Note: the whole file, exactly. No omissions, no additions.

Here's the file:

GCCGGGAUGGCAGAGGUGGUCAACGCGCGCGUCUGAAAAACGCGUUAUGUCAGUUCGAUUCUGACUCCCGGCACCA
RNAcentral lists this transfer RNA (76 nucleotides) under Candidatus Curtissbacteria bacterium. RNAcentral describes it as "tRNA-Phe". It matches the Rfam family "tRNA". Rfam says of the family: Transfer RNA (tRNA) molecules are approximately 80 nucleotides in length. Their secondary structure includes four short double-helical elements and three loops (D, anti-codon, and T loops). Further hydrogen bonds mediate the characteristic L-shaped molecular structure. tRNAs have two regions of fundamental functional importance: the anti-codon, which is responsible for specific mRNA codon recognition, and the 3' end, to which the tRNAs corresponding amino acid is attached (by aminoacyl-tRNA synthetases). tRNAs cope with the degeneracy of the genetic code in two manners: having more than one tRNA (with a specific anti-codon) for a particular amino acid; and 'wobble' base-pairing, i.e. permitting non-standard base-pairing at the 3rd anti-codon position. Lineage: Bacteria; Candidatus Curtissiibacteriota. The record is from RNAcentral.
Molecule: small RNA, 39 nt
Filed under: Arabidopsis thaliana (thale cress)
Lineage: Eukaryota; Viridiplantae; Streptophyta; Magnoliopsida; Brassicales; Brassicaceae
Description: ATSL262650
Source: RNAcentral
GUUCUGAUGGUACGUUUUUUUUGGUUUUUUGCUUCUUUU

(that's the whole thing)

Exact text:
GCCGGGAUGGCAGAGGUGGUCAACGCGCGCGUCUGAAAAACGCGUUAUGUCAGUUCGAUUCUGACUCCCGGCACCA
RNAcentral lists this transfer RNA (76 nucleotides) under Candidatus Curtissbacteria bacterium. RNAcentral describes it as "tRNA-Phe". It matches the Rfam family "tRNA". Rfam says of the family: Transfer RNA (tRNA) molecules are approximately 80 nucleotides in length. Their secondary structure includes four short double-helical elements and three loops (D, anti-codon, and T loops). Further hydrogen bonds mediate the characteristic L-shaped molecular structure. tRNAs have two regions of fundamental functional importance: the anti-codon, which is responsible for specific mRNA codon recognition, and the 3' end, to which the tRNAs corresponding amino acid is attached (by aminoacyl-tRNA synthetases). tRNAs cope with the degeneracy of the genetic code in two manners: having more than one tRNA (with a specific anti-codon) for a particular amino acid; and 'wobble' base-pairing, i.e. permitting non-standard base-pairing at the 3rd anti-codon position. Lineage: Bacteria; Candidatus Curtissiibacteriota. The record is from RNAcentral.
Molecule: small RNA, 39 nt
Filed under: Arabidopsis thaliana (thale cress)
Lineage: Eukaryota; Viridiplantae; Streptophyta; Magnoliopsida; Brassicales; Brassicaceae
Description: ATSL262650
Source: RNAcentral
GUUCUGAUGGUACGUUUUUUUUGGUUUUUUGCUUCUUUU